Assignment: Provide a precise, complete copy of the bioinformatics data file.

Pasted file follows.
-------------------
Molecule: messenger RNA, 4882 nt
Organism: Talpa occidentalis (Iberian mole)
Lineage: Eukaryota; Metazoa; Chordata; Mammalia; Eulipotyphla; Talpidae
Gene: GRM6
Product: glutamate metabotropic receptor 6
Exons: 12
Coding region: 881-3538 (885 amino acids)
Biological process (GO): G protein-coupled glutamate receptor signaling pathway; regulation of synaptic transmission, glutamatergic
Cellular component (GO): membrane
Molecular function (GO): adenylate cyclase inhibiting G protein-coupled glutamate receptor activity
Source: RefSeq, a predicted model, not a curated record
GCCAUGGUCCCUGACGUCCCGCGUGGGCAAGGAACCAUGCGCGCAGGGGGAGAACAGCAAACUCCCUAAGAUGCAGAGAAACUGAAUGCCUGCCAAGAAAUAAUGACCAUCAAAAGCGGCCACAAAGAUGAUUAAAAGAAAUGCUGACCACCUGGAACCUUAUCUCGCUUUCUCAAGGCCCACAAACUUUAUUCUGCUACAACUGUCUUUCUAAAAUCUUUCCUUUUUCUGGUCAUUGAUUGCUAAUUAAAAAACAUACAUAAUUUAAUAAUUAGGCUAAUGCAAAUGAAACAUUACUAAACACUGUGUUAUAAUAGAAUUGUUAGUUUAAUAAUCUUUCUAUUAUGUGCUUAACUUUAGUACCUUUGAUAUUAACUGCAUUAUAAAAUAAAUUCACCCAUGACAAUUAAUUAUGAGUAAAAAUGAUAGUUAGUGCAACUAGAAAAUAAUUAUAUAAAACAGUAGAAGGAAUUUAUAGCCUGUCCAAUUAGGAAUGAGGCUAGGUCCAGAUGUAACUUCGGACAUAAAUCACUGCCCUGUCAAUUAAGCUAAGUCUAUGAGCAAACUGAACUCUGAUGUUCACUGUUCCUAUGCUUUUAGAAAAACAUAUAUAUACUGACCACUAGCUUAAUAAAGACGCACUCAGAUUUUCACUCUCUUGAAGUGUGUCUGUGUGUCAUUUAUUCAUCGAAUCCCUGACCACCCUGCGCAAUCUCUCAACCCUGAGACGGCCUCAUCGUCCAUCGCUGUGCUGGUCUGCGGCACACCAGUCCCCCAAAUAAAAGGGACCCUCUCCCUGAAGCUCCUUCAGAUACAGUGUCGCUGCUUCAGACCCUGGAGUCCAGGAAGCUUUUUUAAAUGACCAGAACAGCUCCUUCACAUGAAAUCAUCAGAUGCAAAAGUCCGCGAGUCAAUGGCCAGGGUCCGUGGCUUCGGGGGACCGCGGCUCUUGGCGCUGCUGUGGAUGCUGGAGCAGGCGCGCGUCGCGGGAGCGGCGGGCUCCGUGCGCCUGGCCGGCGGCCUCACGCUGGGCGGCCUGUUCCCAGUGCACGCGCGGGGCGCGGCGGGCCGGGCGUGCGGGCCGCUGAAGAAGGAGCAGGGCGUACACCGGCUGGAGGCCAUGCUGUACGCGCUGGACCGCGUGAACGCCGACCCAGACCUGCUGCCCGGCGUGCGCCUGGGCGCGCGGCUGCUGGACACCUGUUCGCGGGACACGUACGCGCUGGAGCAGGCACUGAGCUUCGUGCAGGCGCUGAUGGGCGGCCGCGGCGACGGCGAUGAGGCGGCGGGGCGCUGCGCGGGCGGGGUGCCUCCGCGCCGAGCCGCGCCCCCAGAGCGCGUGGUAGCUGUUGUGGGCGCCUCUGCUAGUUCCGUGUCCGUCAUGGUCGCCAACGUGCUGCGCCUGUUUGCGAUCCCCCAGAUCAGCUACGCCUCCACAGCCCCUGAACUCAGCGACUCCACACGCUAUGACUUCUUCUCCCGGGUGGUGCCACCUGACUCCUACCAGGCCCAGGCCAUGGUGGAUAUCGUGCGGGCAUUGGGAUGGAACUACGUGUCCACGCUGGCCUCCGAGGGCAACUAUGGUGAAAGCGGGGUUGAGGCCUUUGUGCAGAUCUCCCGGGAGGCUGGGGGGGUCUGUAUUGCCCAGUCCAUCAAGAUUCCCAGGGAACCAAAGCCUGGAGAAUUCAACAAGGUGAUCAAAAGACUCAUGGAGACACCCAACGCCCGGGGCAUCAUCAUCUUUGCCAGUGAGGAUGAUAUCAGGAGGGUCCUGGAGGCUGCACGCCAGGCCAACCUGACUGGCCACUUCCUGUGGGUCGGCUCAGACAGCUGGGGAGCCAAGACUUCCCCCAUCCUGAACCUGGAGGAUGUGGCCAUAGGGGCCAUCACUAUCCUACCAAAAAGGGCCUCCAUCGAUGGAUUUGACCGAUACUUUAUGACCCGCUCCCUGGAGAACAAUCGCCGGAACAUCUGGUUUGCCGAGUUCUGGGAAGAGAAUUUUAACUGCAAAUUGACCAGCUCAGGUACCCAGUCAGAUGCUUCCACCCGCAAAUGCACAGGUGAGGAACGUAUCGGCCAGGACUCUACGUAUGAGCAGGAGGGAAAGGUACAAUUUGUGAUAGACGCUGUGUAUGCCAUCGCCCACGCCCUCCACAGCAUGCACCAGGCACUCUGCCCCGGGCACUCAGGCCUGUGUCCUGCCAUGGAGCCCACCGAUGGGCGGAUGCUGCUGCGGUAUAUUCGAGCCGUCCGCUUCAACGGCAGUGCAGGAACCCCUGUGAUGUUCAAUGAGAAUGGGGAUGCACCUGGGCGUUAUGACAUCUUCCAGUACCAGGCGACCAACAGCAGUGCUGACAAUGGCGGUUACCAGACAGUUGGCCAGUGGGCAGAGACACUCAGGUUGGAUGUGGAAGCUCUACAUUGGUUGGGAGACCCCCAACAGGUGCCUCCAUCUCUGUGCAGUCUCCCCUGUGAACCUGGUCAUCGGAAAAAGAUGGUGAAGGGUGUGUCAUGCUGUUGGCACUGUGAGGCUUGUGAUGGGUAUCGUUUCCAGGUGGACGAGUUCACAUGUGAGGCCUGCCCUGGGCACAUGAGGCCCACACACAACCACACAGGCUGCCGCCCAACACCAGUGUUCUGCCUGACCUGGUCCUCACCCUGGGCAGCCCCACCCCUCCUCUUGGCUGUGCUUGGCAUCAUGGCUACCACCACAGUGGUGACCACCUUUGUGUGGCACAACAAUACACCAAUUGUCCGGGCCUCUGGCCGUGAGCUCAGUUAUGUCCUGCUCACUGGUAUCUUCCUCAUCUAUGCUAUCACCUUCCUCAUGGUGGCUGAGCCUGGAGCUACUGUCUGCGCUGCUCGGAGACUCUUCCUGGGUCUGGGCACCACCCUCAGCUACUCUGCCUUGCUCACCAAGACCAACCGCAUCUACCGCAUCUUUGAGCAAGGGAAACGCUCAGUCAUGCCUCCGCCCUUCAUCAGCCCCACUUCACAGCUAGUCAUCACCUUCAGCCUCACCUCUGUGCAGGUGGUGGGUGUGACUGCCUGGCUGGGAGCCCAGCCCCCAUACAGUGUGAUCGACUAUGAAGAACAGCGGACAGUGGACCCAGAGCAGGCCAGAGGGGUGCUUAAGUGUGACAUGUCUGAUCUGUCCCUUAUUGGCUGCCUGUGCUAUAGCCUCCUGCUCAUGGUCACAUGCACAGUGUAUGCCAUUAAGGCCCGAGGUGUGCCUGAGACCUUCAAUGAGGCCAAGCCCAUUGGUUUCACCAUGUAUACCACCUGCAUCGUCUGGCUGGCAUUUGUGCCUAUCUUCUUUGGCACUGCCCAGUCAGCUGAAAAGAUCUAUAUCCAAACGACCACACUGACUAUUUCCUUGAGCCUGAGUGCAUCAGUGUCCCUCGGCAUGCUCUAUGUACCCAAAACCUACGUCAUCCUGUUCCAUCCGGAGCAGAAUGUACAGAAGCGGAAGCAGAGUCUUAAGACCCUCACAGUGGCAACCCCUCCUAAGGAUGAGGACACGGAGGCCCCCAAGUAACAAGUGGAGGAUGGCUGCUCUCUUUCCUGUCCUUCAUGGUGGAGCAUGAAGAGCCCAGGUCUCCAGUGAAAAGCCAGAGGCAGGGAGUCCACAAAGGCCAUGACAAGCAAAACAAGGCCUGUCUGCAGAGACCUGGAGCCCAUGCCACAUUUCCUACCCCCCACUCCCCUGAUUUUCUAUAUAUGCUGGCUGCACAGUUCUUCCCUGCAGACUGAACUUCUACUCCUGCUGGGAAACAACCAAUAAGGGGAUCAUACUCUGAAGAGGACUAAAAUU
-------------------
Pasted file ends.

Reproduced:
Molecule: messenger RNA, 4882 nt
Organism: Talpa occidentalis (Iberian mole)
Lineage: Eukaryota; Metazoa; Chordata; Mammalia; Eulipotyphla; Talpidae
Gene: GRM6
Product: glutamate metabotropic receptor 6
Exons: 12
Coding region: 881-3538 (885 amino acids)
Biological process (GO): G protein-coupled glutamate receptor signaling pathway; regulation of synaptic transmission, glutamatergic
Cellular component (GO): membrane
Molecular function (GO): adenylate cyclase inhibiting G protein-coupled glutamate receptor activity
Source: RefSeq, a predicted model, not a curated record
GCCAUGGUCCCUGACGUCCCGCGUGGGCAAGGAACCAUGCGCGCAGGGGGAGAACAGCAAACUCCCUAAGAUGCAGAGAAACUGAAUGCCUGCCAAGAAAUAAUGACCAUCAAAAGCGGCCACAAAGAUGAUUAAAAGAAAUGCUGACCACCUGGAACCUUAUCUCGCUUUCUCAAGGCCCACAAACUUUAUUCUGCUACAACUGUCUUUCUAAAAUCUUUCCUUUUUCUGGUCAUUGAUUGCUAAUUAAAAAACAUACAUAAUUUAAUAAUUAGGCUAAUGCAAAUGAAACAUUACUAAACACUGUGUUAUAAUAGAAUUGUUAGUUUAAUAAUCUUUCUAUUAUGUGCUUAACUUUAGUACCUUUGAUAUUAACUGCAUUAUAAAAUAAAUUCACCCAUGACAAUUAAUUAUGAGUAAAAAUGAUAGUUAGUGCAACUAGAAAAUAAUUAUAUAAAACAGUAGAAGGAAUUUAUAGCCUGUCCAAUUAGGAAUGAGGCUAGGUCCAGAUGUAACUUCGGACAUAAAUCACUGCCCUGUCAAUUAAGCUAAGUCUAUGAGCAAACUGAACUCUGAUGUUCACUGUUCCUAUGCUUUUAGAAAAACAUAUAUAUACUGACCACUAGCUUAAUAAAGACGCACUCAGAUUUUCACUCUCUUGAAGUGUGUCUGUGUGUCAUUUAUUCAUCGAAUCCCUGACCACCCUGCGCAAUCUCUCAACCCUGAGACGGCCUCAUCGUCCAUCGCUGUGCUGGUCUGCGGCACACCAGUCCCCCAAAUAAAAGGGACCCUCUCCCUGAAGCUCCUUCAGAUACAGUGUCGCUGCUUCAGACCCUGGAGUCCAGGAAGCUUUUUUAAAUGACCAGAACAGCUCCUUCACAUGAAAUCAUCAGAUGCAAAAGUCCGCGAGUCAAUGGCCAGGGUCCGUGGCUUCGGGGGACCGCGGCUCUUGGCGCUGCUGUGGAUGCUGGAGCAGGCGCGCGUCGCGGGAGCGGCGGGCUCCGUGCGCCUGGCCGGCGGCCUCACGCUGGGCGGCCUGUUCCCAGUGCACGCGCGGGGCGCGGCGGGCCGGGCGUGCGGGCCGCUGAAGAAGGAGCAGGGCGUACACCGGCUGGAGGCCAUGCUGUACGCGCUGGACCGCGUGAACGCCGACCCAGACCUGCUGCCCGGCGUGCGCCUGGGCGCGCGGCUGCUGGACACCUGUUCGCGGGACACGUACGCGCUGGAGCAGGCACUGAGCUUCGUGCAGGCGCUGAUGGGCGGCCGCGGCGACGGCGAUGAGGCGGCGGGGCGCUGCGCGGGCGGGGUGCCUCCGCGCCGAGCCGCGCCCCCAGAGCGCGUGGUAGCUGUUGUGGGCGCCUCUGCUAGUUCCGUGUCCGUCAUGGUCGCCAACGUGCUGCGCCUGUUUGCGAUCCCCCAGAUCAGCUACGCCUCCACAGCCCCUGAACUCAGCGACUCCACACGCUAUGACUUCUUCUCCCGGGUGGUGCCACCUGACUCCUACCAGGCCCAGGCCAUGGUGGAUAUCGUGCGGGCAUUGGGAUGGAACUACGUGUCCACGCUGGCCUCCGAGGGCAACUAUGGUGAAAGCGGGGUUGAGGCCUUUGUGCAGAUCUCCCGGGAGGCUGGGGGGGUCUGUAUUGCCCAGUCCAUCAAGAUUCCCAGGGAACCAAAGCCUGGAGAAUUCAACAAGGUGAUCAAAAGACUCAUGGAGACACCCAACGCCCGGGGCAUCAUCAUCUUUGCCAGUGAGGAUGAUAUCAGGAGGGUCCUGGAGGCUGCACGCCAGGCCAACCUGACUGGCCACUUCCUGUGGGUCGGCUCAGACAGCUGGGGAGCCAAGACUUCCCCCAUCCUGAACCUGGAGGAUGUGGCCAUAGGGGCCAUCACUAUCCUACCAAAAAGGGCCUCCAUCGAUGGAUUUGACCGAUACUUUAUGACCCGCUCCCUGGAGAACAAUCGCCGGAACAUCUGGUUUGCCGAGUUCUGGGAAGAGAAUUUUAACUGCAAAUUGACCAGCUCAGGUACCCAGUCAGAUGCUUCCACCCGCAAAUGCACAGGUGAGGAACGUAUCGGCCAGGACUCUACGUAUGAGCAGGAGGGAAAGGUACAAUUUGUGAUAGACGCUGUGUAUGCCAUCGCCCACGCCCUCCACAGCAUGCACCAGGCACUCUGCCCCGGGCACUCAGGCCUGUGUCCUGCCAUGGAGCCCACCGAUGGGCGGAUGCUGCUGCGGUAUAUUCGAGCCGUCCGCUUCAACGGCAGUGCAGGAACCCCUGUGAUGUUCAAUGAGAAUGGGGAUGCACCUGGGCGUUAUGACAUCUUCCAGUACCAGGCGACCAACAGCAGUGCUGACAAUGGCGGUUACCAGACAGUUGGCCAGUGGGCAGAGACACUCAGGUUGGAUGUGGAAGCUCUACAUUGGUUGGGAGACCCCCAACAGGUGCCUCCAUCUCUGUGCAGUCUCCCCUGUGAACCUGGUCAUCGGAAAAAGAUGGUGAAGGGUGUGUCAUGCUGUUGGCACUGUGAGGCUUGUGAUGGGUAUCGUUUCCAGGUGGACGAGUUCACAUGUGAGGCCUGCCCUGGGCACAUGAGGCCCACACACAACCACACAGGCUGCCGCCCAACACCAGUGUUCUGCCUGACCUGGUCCUCACCCUGGGCAGCCCCACCCCUCCUCUUGGCUGUGCUUGGCAUCAUGGCUACCACCACAGUGGUGACCACCUUUGUGUGGCACAACAAUACACCAAUUGUCCGGGCCUCUGGCCGUGAGCUCAGUUAUGUCCUGCUCACUGGUAUCUUCCUCAUCUAUGCUAUCACCUUCCUCAUGGUGGCUGAGCCUGGAGCUACUGUCUGCGCUGCUCGGAGACUCUUCCUGGGUCUGGGCACCACCCUCAGCUACUCUGCCUUGCUCACCAAGACCAACCGCAUCUACCGCAUCUUUGAGCAAGGGAAACGCUCAGUCAUGCCUCCGCCCUUCAUCAGCCCCACUUCACAGCUAGUCAUCACCUUCAGCCUCACCUCUGUGCAGGUGGUGGGUGUGACUGCCUGGCUGGGAGCCCAGCCCCCAUACAGUGUGAUCGACUAUGAAGAACAGCGGACAGUGGACCCAGAGCAGGCCAGAGGGGUGCUUAAGUGUGACAUGUCUGAUCUGUCCCUUAUUGGCUGCCUGUGCUAUAGCCUCCUGCUCAUGGUCACAUGCACAGUGUAUGCCAUUAAGGCCCGAGGUGUGCCUGAGACCUUCAAUGAGGCCAAGCCCAUUGGUUUCACCAUGUAUACCACCUGCAUCGUCUGGCUGGCAUUUGUGCCUAUCUUCUUUGGCACUGCCCAGUCAGCUGAAAAGAUCUAUAUCCAAACGACCACACUGACUAUUUCCUUGAGCCUGAGUGCAUCAGUGUCCCUCGGCAUGCUCUAUGUACCCAAAACCUACGUCAUCCUGUUCCAUCCGGAGCAGAAUGUACAGAAGCGGAAGCAGAGUCUUAAGACCCUCACAGUGGCAACCCCUCCUAAGGAUGAGGACACGGAGGCCCCCAAGUAACAAGUGGAGGAUGGCUGCUCUCUUUCCUGUCCUUCAUGGUGGAGCAUGAAGAGCCCAGGUCUCCAGUGAAAAGCCAGAGGCAGGGAGUCCACAAAGGCCAUGACAAGCAAAACAAGGCCUGUCUGCAGAGACCUGGAGCCCAUGCCACAUUUCCUACCCCCCACUCCCCUGAUUUUCUAUAUAUGCUGGCUGCACAGUUCUUCCCUGCAGACUGAACUUCUACUCCUGCUGGGAAACAACCAAUAAGGGGAUCAUACUCUGAAGAGGACUAAAAUU